How to Manage Abroad When You Don’t Speak the Local LanguageBy Jennifer Collis
April 30, 2015
It’s a common misconception that you need to speak the language of a country in order to teach English there. While it’s certainly helpful for your day-to-day experience of getting around, grocery shopping or making local friends, it is not a requirement of EFL jobs. Rather, most schools foster a “total English immersion” environment in the classroom after students get to a certain English level, so the students you teach will benefit from 100% English class led by you, a native English speaker.
This opens the world up to EFL teachers! With the right qualifications, you can go just about anywhere and teach English, from Turkey to Taiwan, and everywhere in between. That means you could easily find yourself teaching for 6 months or a year in a place where you may not pick up enough of the language to communicate effectively. That’s what happened to me when I took a job in Morocco, knowing no French or Arabic! Here’s my advice:
Get comfortable with looking silly.
When I first moved to Costa Rica, I carried around a Spanish-English dictionary and looked up basic words on signs I saw out of the bus window, to try to learn the language. If someone actually spoke to me (nerve-racking!), I had to thumb through the dictionary to figure out what they were saying, or to formulate a response. I also became such an expert mime that I could probably fall back on that as a career to this day. What I’m saying is that it’s a humbling, and often humiliating, experience when you can’t speak the language, but you’ve got to work with what you have. Get comfortable looking silly with your limited language skills, and you are guaranteed to get more out of your experience abroad.
Take language classes.
This might seem obvious, but a teacher who is staying for a shorter contract, such as six months, in a country may not think it’s worth it to attempt to learn the language. However, sometimes a dictionary is not enough, and taking a class to practice some basic words and phrases can really bridge the cultural gap, showing the people of your host country that you are not just a tourist passing through, but a resident (if only temporary). In addition to learning some basics of polite communication, studying the language will make you a better English teacher. You will understand firsthand what your students are struggling with as they, too, try to learn a foreign language (especially without the benefit of hearing it spoken all around them).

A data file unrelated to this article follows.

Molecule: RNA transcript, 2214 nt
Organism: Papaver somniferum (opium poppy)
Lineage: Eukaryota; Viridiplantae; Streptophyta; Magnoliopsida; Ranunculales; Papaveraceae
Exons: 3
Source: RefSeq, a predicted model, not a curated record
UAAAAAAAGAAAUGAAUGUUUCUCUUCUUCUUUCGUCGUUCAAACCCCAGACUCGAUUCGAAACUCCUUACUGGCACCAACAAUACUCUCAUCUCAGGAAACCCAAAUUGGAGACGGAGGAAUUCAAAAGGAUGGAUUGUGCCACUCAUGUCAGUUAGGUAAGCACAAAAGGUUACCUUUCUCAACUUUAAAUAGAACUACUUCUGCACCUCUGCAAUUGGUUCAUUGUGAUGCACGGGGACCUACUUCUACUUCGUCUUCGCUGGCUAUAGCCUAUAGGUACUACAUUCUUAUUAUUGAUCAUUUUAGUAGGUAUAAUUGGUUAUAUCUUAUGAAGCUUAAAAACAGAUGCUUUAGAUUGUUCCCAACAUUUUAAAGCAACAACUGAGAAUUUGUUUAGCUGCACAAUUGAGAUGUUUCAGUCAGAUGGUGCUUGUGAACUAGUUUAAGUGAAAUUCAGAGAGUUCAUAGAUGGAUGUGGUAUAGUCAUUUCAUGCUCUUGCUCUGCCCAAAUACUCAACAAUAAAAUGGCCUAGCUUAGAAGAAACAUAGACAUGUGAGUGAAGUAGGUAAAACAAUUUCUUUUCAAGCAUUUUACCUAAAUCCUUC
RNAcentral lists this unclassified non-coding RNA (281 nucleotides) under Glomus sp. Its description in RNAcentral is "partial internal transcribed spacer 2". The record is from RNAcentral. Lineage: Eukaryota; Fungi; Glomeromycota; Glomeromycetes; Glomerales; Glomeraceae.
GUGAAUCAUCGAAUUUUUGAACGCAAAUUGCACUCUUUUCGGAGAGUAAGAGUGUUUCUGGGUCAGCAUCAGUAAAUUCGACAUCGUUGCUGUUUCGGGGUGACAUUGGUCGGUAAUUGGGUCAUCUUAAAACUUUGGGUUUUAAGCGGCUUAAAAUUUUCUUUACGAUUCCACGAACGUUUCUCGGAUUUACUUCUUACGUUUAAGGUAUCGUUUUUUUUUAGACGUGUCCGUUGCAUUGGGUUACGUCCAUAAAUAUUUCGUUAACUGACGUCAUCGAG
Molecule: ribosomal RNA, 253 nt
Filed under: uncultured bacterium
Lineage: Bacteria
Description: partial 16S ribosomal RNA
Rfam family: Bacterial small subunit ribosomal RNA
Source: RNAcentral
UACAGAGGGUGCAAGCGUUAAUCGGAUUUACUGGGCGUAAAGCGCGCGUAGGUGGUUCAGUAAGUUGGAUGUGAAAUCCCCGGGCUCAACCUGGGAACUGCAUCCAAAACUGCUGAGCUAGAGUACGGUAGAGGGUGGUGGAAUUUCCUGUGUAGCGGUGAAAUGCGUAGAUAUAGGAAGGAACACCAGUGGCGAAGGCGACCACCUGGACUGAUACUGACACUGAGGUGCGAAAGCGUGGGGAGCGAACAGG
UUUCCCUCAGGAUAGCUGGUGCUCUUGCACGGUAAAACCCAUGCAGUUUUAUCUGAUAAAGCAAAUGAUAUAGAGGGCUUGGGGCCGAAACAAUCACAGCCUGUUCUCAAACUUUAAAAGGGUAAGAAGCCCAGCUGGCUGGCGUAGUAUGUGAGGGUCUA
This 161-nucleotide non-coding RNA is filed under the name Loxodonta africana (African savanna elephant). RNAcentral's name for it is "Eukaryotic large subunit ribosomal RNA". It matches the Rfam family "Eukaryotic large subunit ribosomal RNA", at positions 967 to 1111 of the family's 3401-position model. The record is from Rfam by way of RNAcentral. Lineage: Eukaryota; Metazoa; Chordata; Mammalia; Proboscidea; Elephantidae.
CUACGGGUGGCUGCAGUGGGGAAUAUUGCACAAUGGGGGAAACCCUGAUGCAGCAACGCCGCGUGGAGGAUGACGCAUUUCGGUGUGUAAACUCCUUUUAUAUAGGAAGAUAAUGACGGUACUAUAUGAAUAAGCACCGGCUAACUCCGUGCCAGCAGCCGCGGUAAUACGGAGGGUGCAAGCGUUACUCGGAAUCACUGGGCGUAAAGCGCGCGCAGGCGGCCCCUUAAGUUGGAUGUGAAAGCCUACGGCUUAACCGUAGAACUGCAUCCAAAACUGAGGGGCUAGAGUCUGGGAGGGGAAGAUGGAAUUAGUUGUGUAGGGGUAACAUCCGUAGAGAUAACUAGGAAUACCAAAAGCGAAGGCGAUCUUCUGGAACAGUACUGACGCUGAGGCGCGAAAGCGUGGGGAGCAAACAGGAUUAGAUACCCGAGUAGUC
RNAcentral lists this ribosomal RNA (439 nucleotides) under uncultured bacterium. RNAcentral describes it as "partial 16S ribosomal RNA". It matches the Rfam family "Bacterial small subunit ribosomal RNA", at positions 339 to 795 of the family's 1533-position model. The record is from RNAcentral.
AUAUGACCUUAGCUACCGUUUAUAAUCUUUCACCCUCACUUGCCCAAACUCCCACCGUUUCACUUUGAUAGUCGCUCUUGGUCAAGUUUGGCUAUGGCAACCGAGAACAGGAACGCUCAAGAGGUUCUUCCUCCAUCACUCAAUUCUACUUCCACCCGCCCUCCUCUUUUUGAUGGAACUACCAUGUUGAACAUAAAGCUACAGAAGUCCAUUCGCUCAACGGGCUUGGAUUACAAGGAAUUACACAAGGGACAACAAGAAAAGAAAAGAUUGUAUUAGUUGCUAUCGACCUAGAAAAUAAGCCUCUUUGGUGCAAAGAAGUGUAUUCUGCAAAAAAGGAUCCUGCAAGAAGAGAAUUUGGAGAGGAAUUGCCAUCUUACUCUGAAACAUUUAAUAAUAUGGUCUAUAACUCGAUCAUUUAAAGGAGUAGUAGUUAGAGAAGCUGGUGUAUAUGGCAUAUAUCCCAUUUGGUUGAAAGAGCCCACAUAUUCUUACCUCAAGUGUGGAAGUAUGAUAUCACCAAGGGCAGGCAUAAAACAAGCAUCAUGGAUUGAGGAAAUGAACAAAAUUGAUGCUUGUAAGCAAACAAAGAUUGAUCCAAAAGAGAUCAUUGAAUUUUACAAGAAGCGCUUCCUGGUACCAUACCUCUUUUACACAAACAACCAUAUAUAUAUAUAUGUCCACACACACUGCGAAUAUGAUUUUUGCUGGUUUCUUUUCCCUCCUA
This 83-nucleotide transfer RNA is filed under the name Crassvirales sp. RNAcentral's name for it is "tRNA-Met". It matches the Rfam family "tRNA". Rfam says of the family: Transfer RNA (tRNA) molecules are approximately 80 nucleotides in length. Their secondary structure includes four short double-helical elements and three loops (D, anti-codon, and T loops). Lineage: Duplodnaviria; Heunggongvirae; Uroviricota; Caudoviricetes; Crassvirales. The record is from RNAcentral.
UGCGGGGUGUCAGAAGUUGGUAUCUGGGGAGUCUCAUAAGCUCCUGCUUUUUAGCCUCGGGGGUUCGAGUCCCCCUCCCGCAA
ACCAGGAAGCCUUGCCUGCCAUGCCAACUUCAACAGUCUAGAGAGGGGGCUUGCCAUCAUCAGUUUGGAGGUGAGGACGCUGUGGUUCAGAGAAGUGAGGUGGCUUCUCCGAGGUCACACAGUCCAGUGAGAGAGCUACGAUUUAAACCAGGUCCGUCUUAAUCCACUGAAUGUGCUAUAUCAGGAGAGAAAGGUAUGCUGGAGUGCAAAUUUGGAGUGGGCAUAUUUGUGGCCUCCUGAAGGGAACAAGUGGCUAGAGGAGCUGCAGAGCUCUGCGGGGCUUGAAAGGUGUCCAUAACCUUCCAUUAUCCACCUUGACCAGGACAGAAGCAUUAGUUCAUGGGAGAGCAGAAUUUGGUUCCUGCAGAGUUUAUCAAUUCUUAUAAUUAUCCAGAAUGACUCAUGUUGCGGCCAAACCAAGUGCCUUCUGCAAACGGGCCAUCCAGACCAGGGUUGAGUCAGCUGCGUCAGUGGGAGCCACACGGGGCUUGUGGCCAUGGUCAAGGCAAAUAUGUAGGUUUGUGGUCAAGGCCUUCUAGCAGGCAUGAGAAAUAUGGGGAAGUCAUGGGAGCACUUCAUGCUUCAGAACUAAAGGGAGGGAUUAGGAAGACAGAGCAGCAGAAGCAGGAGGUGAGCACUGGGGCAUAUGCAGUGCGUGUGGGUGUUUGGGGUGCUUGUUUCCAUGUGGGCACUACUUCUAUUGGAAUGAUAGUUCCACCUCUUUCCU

Become friends with local teachers.
Just because you don’t speak Arabic, Chinese, Russian or whatever the local language may be, doesn’t mean you can’t befriend locals and learn the culture, if not the language. At every English school I’ve worked for abroad, the teaching staff was split between local teachers who were native to that country, and we foreign teachers (American, Canadian, etc.). Instead of gravitating toward your fellow native English-speakers while abroad, befriend the local teachers instead. They are usually eager to share their culture, perfect their English through conversation practice, and to swap teaching ideas and resources. These colleagues are a window into the culture that doesn’t require your mastery of the language.
My experience as a teacher has taught me that there are ways to maximize my experience abroad, even if you don’t have enough time (or more likely in my case, talent) to truly master the language.